Astronomers are excited about the possibility of a new meteor shower May 30-31. And that excitement has sparked a lot of information about the tau Herculids. Some has been accurate, and some has not.
We get excited about meteor showers, too! But sometimes events like this don’t live up to expectations – it happened with the 2019 Alpha Monocerotid shower, for example. And some astronomers predict a dazzling display of tau Herculids could be “hit or miss.”
So, we’re encouraging eager skywatchers to channel their inner scientists, and look beyond the headlines. Here are the facts:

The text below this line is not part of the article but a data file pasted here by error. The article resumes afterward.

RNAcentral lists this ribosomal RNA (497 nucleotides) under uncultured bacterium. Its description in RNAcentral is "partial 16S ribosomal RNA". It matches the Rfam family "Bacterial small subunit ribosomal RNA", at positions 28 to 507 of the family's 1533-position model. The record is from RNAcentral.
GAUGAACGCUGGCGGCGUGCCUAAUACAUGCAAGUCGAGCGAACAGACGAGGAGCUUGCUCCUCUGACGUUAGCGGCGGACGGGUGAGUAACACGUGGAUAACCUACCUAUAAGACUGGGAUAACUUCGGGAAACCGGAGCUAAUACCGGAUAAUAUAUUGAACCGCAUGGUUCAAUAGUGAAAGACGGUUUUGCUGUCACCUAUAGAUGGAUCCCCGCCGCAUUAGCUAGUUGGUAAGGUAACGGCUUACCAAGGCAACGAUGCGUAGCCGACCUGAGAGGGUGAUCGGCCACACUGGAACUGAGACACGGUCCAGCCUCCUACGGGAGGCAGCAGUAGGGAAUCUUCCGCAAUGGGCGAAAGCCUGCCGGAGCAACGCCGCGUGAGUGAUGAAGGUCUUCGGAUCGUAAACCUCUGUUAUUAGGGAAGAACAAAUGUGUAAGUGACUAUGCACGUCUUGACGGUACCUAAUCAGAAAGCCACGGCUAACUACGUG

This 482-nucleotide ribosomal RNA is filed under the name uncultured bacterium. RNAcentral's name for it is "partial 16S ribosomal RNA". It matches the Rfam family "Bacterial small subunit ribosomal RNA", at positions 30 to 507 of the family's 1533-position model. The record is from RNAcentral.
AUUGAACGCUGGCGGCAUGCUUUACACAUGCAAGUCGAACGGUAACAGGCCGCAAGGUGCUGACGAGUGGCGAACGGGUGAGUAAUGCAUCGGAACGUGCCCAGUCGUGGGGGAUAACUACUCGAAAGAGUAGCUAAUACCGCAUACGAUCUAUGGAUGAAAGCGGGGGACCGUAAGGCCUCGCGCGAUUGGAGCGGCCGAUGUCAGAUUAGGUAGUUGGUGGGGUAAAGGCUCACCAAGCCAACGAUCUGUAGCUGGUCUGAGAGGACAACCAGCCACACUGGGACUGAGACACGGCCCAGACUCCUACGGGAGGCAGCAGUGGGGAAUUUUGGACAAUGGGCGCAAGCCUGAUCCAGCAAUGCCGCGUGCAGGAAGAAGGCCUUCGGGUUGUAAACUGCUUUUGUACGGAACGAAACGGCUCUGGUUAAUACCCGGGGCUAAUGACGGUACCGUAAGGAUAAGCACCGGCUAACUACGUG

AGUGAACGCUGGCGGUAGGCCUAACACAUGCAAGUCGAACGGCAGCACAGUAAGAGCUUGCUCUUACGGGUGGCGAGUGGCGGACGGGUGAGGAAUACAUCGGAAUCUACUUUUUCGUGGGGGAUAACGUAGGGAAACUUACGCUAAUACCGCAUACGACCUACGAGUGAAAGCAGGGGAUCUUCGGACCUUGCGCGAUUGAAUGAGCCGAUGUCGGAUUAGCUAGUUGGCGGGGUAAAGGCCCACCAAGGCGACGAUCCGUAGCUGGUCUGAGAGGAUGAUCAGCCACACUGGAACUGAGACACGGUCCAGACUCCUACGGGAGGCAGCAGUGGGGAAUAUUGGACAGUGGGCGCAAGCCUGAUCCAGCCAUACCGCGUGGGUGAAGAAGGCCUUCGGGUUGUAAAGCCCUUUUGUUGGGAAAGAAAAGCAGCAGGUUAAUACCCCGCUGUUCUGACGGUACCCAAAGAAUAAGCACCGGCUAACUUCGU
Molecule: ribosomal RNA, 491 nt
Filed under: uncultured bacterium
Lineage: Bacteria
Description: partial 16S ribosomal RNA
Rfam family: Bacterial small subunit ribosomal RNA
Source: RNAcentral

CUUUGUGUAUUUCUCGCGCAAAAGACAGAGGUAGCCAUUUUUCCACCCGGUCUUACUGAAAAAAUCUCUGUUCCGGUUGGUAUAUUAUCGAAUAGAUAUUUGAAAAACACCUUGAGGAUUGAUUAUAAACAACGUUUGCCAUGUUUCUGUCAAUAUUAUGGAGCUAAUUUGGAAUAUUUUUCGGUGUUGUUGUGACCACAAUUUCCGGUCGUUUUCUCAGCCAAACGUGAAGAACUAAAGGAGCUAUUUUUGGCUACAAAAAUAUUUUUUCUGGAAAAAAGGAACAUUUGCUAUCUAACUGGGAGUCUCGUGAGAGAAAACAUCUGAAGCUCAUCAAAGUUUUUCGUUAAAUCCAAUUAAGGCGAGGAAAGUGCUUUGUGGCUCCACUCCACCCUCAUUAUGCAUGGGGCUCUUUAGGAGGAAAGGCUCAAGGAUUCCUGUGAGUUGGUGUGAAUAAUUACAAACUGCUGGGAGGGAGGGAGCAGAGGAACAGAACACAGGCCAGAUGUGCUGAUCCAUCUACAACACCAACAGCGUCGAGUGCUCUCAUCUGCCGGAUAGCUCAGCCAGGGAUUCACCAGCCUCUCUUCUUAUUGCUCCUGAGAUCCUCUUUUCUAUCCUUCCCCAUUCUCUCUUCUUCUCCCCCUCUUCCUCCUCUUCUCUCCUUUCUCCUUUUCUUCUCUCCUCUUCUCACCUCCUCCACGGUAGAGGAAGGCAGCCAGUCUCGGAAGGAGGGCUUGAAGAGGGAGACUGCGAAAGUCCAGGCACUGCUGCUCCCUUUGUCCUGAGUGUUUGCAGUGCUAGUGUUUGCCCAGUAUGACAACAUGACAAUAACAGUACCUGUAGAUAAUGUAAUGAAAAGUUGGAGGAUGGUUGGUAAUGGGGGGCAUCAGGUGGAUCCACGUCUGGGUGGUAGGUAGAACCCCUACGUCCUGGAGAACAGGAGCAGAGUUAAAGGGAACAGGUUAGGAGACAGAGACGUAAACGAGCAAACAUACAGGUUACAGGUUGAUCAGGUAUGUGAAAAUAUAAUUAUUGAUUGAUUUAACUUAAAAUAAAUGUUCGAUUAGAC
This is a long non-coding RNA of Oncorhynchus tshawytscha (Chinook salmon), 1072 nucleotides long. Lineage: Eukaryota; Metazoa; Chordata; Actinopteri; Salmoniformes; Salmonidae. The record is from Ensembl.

- On the night of May 30 into the early morning of May 31, Earth will pass through the debris trails of a broken comet called 73P/Schwassmann-Wachmann, or SW3.
- The comet, which broke into large fragments back in 1995, won’t reach this point in its orbit until August.
- If the fragments from were ejected with speeds greater than twice the normal speeds—fast enough to reach Earth—we might get a meteor shower.
- Spitzer observations published in 2009 indicate that at least some fragments are moving fast enough. This is one reason why astronomers are excited.
- If a meteor shower does occur, the tau Herculids move slowly by meteor standards – they will be faint.
Observers in North America under clear, dark skies have the best chance of seeing a tau Herculid shower. The peak time to watch is around 1am on the East Coast or 10pm on the West Coast.
We can’t be certain what we’ll see. We can only hope it’s spectacular.